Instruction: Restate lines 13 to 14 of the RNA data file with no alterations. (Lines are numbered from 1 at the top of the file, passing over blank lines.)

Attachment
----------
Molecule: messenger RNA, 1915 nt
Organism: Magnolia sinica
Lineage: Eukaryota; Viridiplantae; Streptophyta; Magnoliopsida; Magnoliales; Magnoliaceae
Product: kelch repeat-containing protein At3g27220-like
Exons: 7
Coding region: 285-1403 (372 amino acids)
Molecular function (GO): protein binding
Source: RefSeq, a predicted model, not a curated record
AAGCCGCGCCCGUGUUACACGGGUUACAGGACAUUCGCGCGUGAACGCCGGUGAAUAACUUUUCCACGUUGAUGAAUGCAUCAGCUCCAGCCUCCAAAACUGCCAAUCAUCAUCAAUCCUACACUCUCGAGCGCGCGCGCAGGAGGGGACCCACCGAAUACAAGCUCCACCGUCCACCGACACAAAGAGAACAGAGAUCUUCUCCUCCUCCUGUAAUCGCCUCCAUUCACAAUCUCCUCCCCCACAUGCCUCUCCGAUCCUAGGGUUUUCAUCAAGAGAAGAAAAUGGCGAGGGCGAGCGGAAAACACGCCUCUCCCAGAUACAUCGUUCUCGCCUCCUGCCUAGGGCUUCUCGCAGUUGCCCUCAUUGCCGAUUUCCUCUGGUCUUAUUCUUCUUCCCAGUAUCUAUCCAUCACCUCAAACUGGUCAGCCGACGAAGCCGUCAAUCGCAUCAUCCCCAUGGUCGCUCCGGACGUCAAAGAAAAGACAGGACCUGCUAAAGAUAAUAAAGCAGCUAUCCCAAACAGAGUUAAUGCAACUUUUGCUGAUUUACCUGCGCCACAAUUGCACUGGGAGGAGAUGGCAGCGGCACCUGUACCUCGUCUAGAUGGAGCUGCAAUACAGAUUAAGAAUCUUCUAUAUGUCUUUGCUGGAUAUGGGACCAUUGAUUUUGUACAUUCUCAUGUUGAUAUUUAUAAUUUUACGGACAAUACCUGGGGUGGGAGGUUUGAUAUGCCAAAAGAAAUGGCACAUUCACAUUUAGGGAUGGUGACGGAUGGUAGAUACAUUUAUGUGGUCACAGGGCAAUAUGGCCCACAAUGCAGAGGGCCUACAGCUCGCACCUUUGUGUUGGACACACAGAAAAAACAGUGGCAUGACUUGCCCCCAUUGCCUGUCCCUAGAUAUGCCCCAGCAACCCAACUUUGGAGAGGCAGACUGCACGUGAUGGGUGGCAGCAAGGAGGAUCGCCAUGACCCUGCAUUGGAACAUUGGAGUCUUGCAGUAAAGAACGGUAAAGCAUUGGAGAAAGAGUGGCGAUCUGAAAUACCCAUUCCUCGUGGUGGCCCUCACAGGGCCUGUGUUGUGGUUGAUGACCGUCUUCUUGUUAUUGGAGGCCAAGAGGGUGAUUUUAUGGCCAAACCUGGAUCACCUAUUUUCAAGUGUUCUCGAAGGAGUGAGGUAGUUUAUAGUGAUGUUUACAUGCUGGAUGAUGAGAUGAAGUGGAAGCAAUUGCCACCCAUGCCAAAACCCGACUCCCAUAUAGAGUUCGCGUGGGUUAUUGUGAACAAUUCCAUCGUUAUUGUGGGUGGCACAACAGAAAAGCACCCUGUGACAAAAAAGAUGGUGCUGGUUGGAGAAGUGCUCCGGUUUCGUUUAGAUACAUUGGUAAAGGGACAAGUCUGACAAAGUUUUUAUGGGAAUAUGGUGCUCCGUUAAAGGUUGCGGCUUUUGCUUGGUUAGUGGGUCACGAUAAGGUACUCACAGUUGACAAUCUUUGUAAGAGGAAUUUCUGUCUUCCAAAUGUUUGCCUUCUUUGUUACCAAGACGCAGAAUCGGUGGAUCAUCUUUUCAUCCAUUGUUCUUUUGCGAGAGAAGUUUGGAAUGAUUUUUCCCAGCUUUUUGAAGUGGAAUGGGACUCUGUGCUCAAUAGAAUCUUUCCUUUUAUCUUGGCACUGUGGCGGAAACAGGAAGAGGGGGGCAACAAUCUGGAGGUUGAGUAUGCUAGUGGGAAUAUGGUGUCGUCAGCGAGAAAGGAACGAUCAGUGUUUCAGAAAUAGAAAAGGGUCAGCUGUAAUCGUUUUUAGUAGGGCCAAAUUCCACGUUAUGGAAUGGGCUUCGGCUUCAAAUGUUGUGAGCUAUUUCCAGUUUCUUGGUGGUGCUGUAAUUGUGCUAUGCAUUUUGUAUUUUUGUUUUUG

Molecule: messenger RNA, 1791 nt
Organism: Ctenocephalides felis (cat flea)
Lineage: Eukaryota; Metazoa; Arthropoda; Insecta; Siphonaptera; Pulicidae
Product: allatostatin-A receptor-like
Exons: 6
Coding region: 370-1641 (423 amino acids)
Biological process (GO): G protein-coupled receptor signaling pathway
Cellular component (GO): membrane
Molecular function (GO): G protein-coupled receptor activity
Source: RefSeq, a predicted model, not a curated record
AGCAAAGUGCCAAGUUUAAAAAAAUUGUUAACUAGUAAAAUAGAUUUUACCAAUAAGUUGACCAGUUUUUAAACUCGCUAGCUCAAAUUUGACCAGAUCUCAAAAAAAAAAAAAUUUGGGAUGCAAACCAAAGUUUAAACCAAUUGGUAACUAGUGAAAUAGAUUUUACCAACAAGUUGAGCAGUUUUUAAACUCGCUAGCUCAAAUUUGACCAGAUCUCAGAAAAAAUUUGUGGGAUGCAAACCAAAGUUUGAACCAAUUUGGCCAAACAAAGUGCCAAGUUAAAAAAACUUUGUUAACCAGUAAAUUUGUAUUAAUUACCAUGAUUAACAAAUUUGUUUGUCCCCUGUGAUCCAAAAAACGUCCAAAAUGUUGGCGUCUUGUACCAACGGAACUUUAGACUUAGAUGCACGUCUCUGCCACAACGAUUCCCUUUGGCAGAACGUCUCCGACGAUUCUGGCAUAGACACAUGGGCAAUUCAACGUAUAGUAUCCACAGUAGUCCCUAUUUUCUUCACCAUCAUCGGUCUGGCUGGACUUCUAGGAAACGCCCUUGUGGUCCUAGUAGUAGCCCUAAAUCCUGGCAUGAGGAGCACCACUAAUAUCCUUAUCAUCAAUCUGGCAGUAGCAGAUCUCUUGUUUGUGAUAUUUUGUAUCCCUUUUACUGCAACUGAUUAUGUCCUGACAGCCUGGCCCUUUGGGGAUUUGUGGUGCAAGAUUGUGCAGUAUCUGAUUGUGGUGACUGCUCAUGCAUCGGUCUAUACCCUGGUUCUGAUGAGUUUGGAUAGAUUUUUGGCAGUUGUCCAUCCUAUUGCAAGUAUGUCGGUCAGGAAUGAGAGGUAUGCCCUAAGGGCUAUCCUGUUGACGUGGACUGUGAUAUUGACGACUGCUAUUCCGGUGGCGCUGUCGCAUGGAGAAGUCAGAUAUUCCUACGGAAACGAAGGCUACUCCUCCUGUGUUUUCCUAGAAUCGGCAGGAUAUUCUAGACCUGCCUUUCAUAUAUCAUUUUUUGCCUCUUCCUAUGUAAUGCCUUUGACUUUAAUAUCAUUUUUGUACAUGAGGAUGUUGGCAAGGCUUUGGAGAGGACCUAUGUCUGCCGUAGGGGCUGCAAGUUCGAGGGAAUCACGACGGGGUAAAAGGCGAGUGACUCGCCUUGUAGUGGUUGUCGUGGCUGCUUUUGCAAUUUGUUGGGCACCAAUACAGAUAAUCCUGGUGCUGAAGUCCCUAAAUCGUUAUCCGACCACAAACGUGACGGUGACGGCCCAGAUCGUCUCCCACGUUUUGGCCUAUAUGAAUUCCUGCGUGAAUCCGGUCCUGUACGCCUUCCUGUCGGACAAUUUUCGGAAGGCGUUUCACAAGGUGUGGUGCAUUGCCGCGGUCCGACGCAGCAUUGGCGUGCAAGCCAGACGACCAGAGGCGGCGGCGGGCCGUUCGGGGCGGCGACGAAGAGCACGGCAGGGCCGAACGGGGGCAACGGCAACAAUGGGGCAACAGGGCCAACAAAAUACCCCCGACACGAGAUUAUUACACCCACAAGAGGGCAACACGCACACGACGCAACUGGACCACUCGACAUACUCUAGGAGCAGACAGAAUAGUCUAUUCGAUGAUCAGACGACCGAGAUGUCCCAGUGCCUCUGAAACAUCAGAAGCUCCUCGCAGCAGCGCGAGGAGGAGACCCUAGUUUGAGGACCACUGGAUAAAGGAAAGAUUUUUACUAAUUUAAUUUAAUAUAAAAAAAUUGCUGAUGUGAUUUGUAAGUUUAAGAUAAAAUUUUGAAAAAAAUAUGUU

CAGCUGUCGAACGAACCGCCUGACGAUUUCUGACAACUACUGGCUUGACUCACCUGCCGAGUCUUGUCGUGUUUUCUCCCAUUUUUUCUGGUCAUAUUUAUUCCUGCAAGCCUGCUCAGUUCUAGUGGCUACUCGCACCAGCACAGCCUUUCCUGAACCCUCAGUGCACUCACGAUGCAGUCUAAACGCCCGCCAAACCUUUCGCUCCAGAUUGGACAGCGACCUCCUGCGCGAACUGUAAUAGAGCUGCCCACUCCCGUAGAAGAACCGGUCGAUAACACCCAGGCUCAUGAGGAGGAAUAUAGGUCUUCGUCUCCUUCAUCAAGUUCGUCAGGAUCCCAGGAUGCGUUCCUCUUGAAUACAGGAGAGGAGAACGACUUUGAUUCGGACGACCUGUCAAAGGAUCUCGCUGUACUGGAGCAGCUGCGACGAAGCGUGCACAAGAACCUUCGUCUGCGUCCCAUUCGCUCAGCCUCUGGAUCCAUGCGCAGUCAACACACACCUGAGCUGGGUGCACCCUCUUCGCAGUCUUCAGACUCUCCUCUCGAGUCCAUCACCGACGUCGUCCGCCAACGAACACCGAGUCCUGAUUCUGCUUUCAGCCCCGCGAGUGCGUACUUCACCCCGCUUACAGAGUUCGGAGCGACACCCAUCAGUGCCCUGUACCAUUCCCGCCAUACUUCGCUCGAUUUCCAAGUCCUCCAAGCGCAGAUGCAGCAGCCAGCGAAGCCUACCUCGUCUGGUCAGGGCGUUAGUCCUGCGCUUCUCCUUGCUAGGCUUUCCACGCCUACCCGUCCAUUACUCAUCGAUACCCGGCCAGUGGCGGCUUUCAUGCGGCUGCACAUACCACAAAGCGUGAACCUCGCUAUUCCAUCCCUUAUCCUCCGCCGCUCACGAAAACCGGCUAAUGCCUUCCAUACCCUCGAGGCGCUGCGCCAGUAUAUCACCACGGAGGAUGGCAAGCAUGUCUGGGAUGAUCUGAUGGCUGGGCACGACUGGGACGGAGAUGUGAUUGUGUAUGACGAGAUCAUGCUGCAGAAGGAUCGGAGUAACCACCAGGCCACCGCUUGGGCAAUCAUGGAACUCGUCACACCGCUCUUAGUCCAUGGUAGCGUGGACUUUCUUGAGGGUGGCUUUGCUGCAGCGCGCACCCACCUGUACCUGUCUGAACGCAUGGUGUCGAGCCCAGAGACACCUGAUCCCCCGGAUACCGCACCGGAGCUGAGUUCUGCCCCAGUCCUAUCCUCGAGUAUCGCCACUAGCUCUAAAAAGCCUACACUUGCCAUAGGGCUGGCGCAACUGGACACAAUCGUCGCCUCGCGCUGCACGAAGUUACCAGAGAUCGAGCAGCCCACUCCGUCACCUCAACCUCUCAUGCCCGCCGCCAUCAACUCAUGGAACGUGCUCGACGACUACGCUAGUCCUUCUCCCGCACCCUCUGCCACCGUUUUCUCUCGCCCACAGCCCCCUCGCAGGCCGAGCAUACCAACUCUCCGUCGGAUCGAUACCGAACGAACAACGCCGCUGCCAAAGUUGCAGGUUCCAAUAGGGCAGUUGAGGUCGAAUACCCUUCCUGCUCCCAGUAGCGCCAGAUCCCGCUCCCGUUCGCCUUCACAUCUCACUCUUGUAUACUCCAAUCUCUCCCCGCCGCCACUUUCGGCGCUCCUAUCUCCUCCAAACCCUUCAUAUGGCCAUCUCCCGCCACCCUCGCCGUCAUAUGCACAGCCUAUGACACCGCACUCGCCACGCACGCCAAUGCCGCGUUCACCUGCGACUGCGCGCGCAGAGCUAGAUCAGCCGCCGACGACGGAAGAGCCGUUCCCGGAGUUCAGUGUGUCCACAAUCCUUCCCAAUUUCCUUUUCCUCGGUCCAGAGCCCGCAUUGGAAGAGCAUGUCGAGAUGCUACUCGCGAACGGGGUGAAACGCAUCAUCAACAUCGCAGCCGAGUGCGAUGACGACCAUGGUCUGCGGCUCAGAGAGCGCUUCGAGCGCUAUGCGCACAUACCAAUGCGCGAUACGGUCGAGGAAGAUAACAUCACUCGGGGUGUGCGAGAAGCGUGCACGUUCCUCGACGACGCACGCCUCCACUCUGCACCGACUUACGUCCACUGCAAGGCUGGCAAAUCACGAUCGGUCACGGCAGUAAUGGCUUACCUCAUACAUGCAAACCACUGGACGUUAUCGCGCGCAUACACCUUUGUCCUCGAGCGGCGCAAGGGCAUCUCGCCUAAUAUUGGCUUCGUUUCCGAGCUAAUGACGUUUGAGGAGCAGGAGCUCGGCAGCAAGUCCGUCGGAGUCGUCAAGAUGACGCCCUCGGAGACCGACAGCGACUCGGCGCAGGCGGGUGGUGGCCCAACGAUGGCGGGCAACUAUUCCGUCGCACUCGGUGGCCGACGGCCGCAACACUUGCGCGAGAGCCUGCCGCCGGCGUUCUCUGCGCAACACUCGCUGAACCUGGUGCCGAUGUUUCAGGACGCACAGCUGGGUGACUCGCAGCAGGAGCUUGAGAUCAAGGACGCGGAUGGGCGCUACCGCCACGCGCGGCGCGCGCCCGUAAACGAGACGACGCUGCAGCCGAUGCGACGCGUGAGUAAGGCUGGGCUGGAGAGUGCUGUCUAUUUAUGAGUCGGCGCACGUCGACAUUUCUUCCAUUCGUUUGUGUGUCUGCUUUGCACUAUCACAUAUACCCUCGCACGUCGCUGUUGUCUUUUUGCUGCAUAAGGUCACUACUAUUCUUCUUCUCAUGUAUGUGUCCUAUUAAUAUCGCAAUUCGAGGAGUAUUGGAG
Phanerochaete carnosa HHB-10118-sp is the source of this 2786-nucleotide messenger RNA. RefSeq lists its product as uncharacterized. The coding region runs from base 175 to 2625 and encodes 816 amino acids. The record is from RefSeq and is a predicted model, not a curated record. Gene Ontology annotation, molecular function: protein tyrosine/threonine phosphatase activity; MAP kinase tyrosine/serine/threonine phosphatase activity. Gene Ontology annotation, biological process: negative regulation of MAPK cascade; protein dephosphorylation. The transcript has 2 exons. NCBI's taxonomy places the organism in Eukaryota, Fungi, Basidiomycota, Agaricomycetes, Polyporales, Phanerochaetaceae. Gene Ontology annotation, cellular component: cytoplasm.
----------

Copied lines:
Product: allatostatin-A receptor-like
Exons: 6